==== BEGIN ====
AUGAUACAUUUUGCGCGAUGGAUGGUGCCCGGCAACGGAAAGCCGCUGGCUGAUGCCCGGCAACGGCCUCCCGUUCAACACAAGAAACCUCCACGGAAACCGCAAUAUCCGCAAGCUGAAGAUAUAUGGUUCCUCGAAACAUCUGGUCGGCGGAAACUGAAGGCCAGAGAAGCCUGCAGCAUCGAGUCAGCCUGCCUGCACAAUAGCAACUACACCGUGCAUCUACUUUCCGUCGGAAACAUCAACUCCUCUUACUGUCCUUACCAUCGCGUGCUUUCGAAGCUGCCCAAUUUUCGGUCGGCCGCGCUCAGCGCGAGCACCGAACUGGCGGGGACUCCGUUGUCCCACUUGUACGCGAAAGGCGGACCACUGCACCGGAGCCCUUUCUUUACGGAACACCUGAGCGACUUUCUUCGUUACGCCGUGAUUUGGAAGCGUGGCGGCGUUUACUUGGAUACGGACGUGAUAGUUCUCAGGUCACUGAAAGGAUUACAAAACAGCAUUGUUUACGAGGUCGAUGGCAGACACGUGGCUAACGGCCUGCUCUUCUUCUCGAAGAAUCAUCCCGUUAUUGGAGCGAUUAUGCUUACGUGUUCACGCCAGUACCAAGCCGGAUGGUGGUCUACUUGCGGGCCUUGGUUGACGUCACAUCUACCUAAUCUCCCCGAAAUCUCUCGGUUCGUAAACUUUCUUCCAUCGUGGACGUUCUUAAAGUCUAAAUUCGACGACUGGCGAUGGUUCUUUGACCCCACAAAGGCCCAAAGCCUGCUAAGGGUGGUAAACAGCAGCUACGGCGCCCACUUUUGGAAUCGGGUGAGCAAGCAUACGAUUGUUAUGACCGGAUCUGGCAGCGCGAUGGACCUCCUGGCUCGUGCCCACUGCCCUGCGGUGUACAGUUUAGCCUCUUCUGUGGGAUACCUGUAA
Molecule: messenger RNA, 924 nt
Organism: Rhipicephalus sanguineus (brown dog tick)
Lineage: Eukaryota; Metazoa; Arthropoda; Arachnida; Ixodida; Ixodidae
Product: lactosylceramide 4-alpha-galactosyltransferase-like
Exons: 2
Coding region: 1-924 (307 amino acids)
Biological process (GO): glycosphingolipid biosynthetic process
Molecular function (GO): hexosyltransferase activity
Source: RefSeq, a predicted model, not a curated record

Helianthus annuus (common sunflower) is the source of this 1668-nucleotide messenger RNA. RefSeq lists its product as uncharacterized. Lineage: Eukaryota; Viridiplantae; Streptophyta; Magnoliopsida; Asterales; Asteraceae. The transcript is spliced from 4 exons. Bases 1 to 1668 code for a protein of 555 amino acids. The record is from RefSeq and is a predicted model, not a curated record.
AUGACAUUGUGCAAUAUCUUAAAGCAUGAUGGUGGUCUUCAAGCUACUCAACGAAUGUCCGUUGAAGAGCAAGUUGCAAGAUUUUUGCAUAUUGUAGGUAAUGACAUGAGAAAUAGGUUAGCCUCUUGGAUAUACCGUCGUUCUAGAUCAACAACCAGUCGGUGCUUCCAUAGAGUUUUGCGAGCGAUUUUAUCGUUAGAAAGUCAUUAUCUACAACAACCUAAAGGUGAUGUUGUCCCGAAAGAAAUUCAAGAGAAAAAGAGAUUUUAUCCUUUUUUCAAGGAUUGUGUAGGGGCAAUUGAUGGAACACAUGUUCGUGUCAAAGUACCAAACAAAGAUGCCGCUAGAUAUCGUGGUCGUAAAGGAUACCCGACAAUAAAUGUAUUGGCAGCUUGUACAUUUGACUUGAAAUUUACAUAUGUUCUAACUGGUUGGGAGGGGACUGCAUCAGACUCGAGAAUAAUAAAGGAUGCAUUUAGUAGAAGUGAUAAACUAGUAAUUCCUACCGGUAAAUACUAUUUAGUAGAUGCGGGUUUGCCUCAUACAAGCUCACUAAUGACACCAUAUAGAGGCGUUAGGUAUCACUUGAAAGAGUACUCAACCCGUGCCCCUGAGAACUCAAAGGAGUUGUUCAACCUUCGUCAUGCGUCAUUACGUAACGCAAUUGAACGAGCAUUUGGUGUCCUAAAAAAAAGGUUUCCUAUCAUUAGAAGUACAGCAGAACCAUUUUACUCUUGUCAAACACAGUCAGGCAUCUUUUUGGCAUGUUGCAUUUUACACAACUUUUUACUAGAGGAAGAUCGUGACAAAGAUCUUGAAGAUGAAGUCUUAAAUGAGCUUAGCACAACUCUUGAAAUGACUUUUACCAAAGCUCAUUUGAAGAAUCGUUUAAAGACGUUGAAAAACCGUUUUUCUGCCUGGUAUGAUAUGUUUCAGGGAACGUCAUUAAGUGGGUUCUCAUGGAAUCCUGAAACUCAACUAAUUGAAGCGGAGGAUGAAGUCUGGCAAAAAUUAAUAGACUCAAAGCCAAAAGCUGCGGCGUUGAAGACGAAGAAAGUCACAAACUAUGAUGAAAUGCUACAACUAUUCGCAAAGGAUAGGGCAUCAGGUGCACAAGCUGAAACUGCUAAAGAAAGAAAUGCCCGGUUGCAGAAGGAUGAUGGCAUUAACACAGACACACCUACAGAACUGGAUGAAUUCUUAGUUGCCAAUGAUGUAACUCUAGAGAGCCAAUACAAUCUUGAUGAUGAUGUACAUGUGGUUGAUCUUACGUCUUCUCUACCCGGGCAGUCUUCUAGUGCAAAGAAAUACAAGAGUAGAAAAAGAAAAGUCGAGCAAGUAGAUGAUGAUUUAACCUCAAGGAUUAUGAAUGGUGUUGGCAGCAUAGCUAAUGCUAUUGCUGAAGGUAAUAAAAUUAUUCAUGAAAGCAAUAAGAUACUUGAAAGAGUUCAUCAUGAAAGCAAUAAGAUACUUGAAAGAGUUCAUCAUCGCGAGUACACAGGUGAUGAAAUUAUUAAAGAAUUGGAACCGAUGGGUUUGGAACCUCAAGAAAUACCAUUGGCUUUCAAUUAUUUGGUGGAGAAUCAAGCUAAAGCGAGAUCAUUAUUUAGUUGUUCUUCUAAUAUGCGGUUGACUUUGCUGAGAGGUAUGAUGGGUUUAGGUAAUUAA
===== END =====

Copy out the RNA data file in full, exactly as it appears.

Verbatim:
AUGAUACAUUUUGCGCGAUGGAUGGUGCCCGGCAACGGAAAGCCGCUGGCUGAUGCCCGGCAACGGCCUCCCGUUCAACACAAGAAACCUCCACGGAAACCGCAAUAUCCGCAAGCUGAAGAUAUAUGGUUCCUCGAAACAUCUGGUCGGCGGAAACUGAAGGCCAGAGAAGCCUGCAGCAUCGAGUCAGCCUGCCUGCACAAUAGCAACUACACCGUGCAUCUACUUUCCGUCGGAAACAUCAACUCCUCUUACUGUCCUUACCAUCGCGUGCUUUCGAAGCUGCCCAAUUUUCGGUCGGCCGCGCUCAGCGCGAGCACCGAACUGGCGGGGACUCCGUUGUCCCACUUGUACGCGAAAGGCGGACCACUGCACCGGAGCCCUUUCUUUACGGAACACCUGAGCGACUUUCUUCGUUACGCCGUGAUUUGGAAGCGUGGCGGCGUUUACUUGGAUACGGACGUGAUAGUUCUCAGGUCACUGAAAGGAUUACAAAACAGCAUUGUUUACGAGGUCGAUGGCAGACACGUGGCUAACGGCCUGCUCUUCUUCUCGAAGAAUCAUCCCGUUAUUGGAGCGAUUAUGCUUACGUGUUCACGCCAGUACCAAGCCGGAUGGUGGUCUACUUGCGGGCCUUGGUUGACGUCACAUCUACCUAAUCUCCCCGAAAUCUCUCGGUUCGUAAACUUUCUUCCAUCGUGGACGUUCUUAAAGUCUAAAUUCGACGACUGGCGAUGGUUCUUUGACCCCACAAAGGCCCAAAGCCUGCUAAGGGUGGUAAACAGCAGCUACGGCGCCCACUUUUGGAAUCGGGUGAGCAAGCAUACGAUUGUUAUGACCGGAUCUGGCAGCGCGAUGGACCUCCUGGCUCGUGCCCACUGCCCUGCGGUGUACAGUUUAGCCUCUUCUGUGGGAUACCUGUAA
Molecule: messenger RNA, 924 nt
Organism: Rhipicephalus sanguineus (brown dog tick)
Lineage: Eukaryota; Metazoa; Arthropoda; Arachnida; Ixodida; Ixodidae
Product: lactosylceramide 4-alpha-galactosyltransferase-like
Exons: 2
Coding region: 1-924 (307 amino acids)
Biological process (GO): glycosphingolipid biosynthetic process
Molecular function (GO): hexosyltransferase activity
Source: RefSeq, a predicted model, not a curated record

Helianthus annuus (common sunflower) is the source of this 1668-nucleotide messenger RNA. RefSeq lists its product as uncharacterized. Lineage: Eukaryota; Viridiplantae; Streptophyta; Magnoliopsida; Asterales; Asteraceae. The transcript is spliced from 4 exons. Bases 1 to 1668 code for a protein of 555 amino acids. The record is from RefSeq and is a predicted model, not a curated record.
AUGACAUUGUGCAAUAUCUUAAAGCAUGAUGGUGGUCUUCAAGCUACUCAACGAAUGUCCGUUGAAGAGCAAGUUGCAAGAUUUUUGCAUAUUGUAGGUAAUGACAUGAGAAAUAGGUUAGCCUCUUGGAUAUACCGUCGUUCUAGAUCAACAACCAGUCGGUGCUUCCAUAGAGUUUUGCGAGCGAUUUUAUCGUUAGAAAGUCAUUAUCUACAACAACCUAAAGGUGAUGUUGUCCCGAAAGAAAUUCAAGAGAAAAAGAGAUUUUAUCCUUUUUUCAAGGAUUGUGUAGGGGCAAUUGAUGGAACACAUGUUCGUGUCAAAGUACCAAACAAAGAUGCCGCUAGAUAUCGUGGUCGUAAAGGAUACCCGACAAUAAAUGUAUUGGCAGCUUGUACAUUUGACUUGAAAUUUACAUAUGUUCUAACUGGUUGGGAGGGGACUGCAUCAGACUCGAGAAUAAUAAAGGAUGCAUUUAGUAGAAGUGAUAAACUAGUAAUUCCUACCGGUAAAUACUAUUUAGUAGAUGCGGGUUUGCCUCAUACAAGCUCACUAAUGACACCAUAUAGAGGCGUUAGGUAUCACUUGAAAGAGUACUCAACCCGUGCCCCUGAGAACUCAAAGGAGUUGUUCAACCUUCGUCAUGCGUCAUUACGUAACGCAAUUGAACGAGCAUUUGGUGUCCUAAAAAAAAGGUUUCCUAUCAUUAGAAGUACAGCAGAACCAUUUUACUCUUGUCAAACACAGUCAGGCAUCUUUUUGGCAUGUUGCAUUUUACACAACUUUUUACUAGAGGAAGAUCGUGACAAAGAUCUUGAAGAUGAAGUCUUAAAUGAGCUUAGCACAACUCUUGAAAUGACUUUUACCAAAGCUCAUUUGAAGAAUCGUUUAAAGACGUUGAAAAACCGUUUUUCUGCCUGGUAUGAUAUGUUUCAGGGAACGUCAUUAAGUGGGUUCUCAUGGAAUCCUGAAACUCAACUAAUUGAAGCGGAGGAUGAAGUCUGGCAAAAAUUAAUAGACUCAAAGCCAAAAGCUGCGGCGUUGAAGACGAAGAAAGUCACAAACUAUGAUGAAAUGCUACAACUAUUCGCAAAGGAUAGGGCAUCAGGUGCACAAGCUGAAACUGCUAAAGAAAGAAAUGCCCGGUUGCAGAAGGAUGAUGGCAUUAACACAGACACACCUACAGAACUGGAUGAAUUCUUAGUUGCCAAUGAUGUAACUCUAGAGAGCCAAUACAAUCUUGAUGAUGAUGUACAUGUGGUUGAUCUUACGUCUUCUCUACCCGGGCAGUCUUCUAGUGCAAAGAAAUACAAGAGUAGAAAAAGAAAAGUCGAGCAAGUAGAUGAUGAUUUAACCUCAAGGAUUAUGAAUGGUGUUGGCAGCAUAGCUAAUGCUAUUGCUGAAGGUAAUAAAAUUAUUCAUGAAAGCAAUAAGAUACUUGAAAGAGUUCAUCAUGAAAGCAAUAAGAUACUUGAAAGAGUUCAUCAUCGCGAGUACACAGGUGAUGAAAUUAUUAAAGAAUUGGAACCGAUGGGUUUGGAACCUCAAGAAAUACCAUUGGCUUUCAAUUAUUUGGUGGAGAAUCAAGCUAAAGCGAGAUCAUUAUUUAGUUGUUCUUCUAAUAUGCGGUUGACUUUGCUGAGAGGUAUGAUGGGUUUAGGUAAUUAA